This is the onset of God's wrath, and it is from this point on that the elect will be spared the ugliness running over the earth. They will be raptured, as the Markan Apocalypse makes clear, and which Rev 7 implies. Then the seventh seal will be opened (Rev 8:1-6), segueing into the full-blown horrors of the seven trumpets (Rev 8:7-11:19) and seven bowls (Rev 16:1-21). The trumpets and bowls seem to describe the same supernatural events from different perspectives -- God's punishments that steamroll over humanity: fire and brimstone, the sea turning to blood, rivers becoming poison, locusts pouring out of smoking pits, etc. They are unlike the horrors loosed by the seven seals before the rapture (Rev 6:1-13), which are worldly and involve nothing supernatural at all: war, famine, death, martyrdom.

Simply put, the tribulation (Rev 6:1-13; Mk 13:1-25/Mt 24:1-29/Lk 21:8-26) is not a period in which God is pouring out wrath to punish people. Tribulation is persecution (Mk 14:17/Mt 13:21) and suffering through tyranny and oppression. People don't go through tribulation because they're bad; they go through it precisely because they're uncompromising in their faith; they endure it as a test of their faith. The New Testament is replete with this idea. Acts says that Christians "must" enter the kingdom of God through tribulation (Acts 14:22), and Paul even tells his converts to "rejoice" in their tribulation and sufferings (II Cor 7:4).

In other words, modern Pre-tribulationists are about as far from the mindset of the New Testament as you can possibly get. The early Christians didn't count on escaping tribulation, whether through rapture or not. For them, suffering persecution was a badge of honor -- no less than the cross of Christ. Even when demoralized, they found it within themselves to persevere.

This isn't to say that traditional Post-tribulationists are without fault. Many of them fall into the same trap of confusing the tribulation with God's wrath, and as a result put the rapture at the end of the seven-year period of Rev 6-16. The rapture comes after the tribulation but prior to God's wrath. The best timeline I've come across is this one produced by Pastor Steven Anderson of Faithful Word Baptist Church:

Anderson is a controversial figure for some of his extreme fundamentalist views, but he does get some things right, and this is one of them. Contrary to popular belief, the tribulation is not the seven-year period depicted in Rev 6-16. It's the some-odd 3 ½ year period depicted in Rev 6 (and repeated from a different angle in Rev 13). The outpouring of God's wrath is the next 3 ½ year period depicted in Rev 8-11 (and repeated in Rev 16). The elect suffer through the first, and are raptured by Christ away from the second. At the end of this collective 7-year period, Christ descends again, but leaves the clouds this time and comes to earth with the saints he raptured 3 ½ years ago; the Battle of Armageddon takes place; and then he reigns on earth for 1000 years.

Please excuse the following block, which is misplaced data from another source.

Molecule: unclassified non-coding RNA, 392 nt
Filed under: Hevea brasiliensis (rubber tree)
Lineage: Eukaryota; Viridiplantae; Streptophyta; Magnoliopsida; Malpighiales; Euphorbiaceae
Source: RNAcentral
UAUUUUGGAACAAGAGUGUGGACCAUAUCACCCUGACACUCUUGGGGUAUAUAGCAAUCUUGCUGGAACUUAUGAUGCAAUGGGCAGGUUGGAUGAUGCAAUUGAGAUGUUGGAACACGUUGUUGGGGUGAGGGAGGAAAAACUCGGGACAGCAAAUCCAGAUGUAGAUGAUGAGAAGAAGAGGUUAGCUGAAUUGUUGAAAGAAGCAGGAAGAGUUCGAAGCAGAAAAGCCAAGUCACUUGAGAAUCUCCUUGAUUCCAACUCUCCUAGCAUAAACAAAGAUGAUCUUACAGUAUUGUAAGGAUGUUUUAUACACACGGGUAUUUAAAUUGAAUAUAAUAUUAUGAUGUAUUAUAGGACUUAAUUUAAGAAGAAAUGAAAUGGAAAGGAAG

Getting a handle on this chronology helps see the pattern. As Anderson outlines it, there is a critical break at Rev 12 which starts the timeline over again, so that the sequence of tribulation, rapture, wrath depicted in Rev 6-11 is retold in Rev 13-16. Chapter 12 goes back even further to Mary and the birth of Jesus (12:1-6), and then describes the war in heaven which results in the devil being cast down to earth (Rev 12:7-9). It is his wrath (Rev 12:12) -- not God's -- that is about to spill out, as he persecutes God's elect and tries to destroy them.

This is how the tribulation (Rev 13) unfolds. Not with the supernatural events of fire and brimstone, or rivers of poison, or locusts smoking out of pits. But by wars, natural disasters, famine, and martyrdom -- just as in Rev 6:1-11 and Mark's Apocalypse. The anti-Christ emerges and is given worldly power. Back in Rev 6, he was symbolized by the white horse (a mockery, or "fake Christ", of the warrior-Jesus to come in Rev 19:11). In Rev 13, he is symbolized by the beast who rises from the sea. The result is the same: he makes war on the saints to overcome them (Rev 13:7). Everyone worships him except believers (13:7-8), and those who don't worship him are unable to buy or sell anything (13:16-17). Those who defy him are beheaded (see Rev 20:4). His number is 666 (13:18). [Historically, the anti-Christ was the incarnation of Nero Caesar, who persecuted ancient Christians; the numerical equivalents of the letters in his name added up to 666.]

The tribulation of Rev 13 mirrors Rev 6, just as the implied rapture of Rev 14 mirrors Rev 7, and just as God's wrath of Rev 16 mirrors Rev 8-11. The "tribulation, rapture, wrath" sequence is implied throughout other parts of the NT. As I already mentioned, I Thess 5:9 states that believers won't be subject to God's wrath, while II Thess 2:1-3 insists that the Day of Christ (the rapture) cannot come until there is a falling away (apostasy) and the man of sin (anti-Christ) revealed. Taken together, these align pretty closely with the schemes of the Markan Apocalypse and Revelation.

The NT authors were by no means on the same page with all their beliefs. But many of them shared some common convictions, and a post-tribulation rapture was one of them. The NT expects faithful Christians to be tribulated -- persecuted, oppressed, robbed, starved, slaughtered -- and have their faith put to the test in horrendous ways. The rapture was never understood to avoid this. It was the reward that came after.